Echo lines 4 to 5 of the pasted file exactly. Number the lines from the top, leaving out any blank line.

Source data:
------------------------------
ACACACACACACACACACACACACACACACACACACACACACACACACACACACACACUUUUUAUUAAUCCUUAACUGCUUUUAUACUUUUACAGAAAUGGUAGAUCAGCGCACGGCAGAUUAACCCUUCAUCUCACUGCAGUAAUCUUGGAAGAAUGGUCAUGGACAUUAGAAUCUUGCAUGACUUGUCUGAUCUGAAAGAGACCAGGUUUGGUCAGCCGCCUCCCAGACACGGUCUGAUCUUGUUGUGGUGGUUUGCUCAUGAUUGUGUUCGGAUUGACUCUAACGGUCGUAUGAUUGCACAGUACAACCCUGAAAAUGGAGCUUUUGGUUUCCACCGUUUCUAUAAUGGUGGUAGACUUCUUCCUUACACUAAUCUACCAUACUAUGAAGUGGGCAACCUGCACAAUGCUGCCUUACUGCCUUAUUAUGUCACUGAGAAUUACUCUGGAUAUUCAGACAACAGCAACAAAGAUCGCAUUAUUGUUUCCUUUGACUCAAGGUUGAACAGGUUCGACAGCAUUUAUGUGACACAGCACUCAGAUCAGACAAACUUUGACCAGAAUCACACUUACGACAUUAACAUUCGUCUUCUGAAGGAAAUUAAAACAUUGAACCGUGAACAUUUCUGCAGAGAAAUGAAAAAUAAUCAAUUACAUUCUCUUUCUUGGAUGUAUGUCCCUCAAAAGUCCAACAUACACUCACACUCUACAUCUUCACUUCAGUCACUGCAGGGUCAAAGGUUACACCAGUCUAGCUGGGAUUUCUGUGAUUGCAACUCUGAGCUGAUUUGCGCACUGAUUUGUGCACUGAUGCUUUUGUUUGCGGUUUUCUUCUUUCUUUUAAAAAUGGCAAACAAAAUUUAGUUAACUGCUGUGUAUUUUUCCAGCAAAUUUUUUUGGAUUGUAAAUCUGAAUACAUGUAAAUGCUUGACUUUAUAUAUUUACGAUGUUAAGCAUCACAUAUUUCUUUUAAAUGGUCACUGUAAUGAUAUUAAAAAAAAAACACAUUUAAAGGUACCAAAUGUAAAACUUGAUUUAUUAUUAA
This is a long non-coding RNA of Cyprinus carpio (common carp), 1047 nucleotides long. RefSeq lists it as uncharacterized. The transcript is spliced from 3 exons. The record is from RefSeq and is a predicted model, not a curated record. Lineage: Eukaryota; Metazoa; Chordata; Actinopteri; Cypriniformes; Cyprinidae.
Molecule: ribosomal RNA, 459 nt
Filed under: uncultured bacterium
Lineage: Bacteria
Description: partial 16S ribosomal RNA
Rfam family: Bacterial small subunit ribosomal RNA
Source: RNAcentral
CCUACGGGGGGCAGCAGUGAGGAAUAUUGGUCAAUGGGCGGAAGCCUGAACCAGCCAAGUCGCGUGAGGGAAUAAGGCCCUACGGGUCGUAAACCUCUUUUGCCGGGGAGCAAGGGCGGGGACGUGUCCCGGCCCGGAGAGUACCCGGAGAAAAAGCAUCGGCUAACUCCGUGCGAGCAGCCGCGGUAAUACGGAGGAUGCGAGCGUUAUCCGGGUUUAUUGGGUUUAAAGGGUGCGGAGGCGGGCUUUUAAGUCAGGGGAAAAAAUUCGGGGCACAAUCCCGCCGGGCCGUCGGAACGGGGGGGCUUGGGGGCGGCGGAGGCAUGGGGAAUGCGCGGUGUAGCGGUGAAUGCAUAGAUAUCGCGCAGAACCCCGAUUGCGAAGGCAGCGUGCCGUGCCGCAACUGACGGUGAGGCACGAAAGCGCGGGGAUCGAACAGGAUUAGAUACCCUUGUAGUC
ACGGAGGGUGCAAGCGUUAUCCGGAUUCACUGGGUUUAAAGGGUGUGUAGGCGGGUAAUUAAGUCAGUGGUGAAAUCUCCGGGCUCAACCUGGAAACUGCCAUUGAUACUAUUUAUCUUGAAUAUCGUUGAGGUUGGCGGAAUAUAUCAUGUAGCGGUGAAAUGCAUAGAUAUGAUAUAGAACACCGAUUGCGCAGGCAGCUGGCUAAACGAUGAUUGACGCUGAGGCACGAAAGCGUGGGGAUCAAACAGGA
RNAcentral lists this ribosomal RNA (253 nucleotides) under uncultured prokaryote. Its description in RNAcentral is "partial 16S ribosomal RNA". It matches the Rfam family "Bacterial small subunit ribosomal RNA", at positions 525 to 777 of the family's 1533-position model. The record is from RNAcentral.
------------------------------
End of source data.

Filed under: uncultured bacterium
Lineage: Bacteria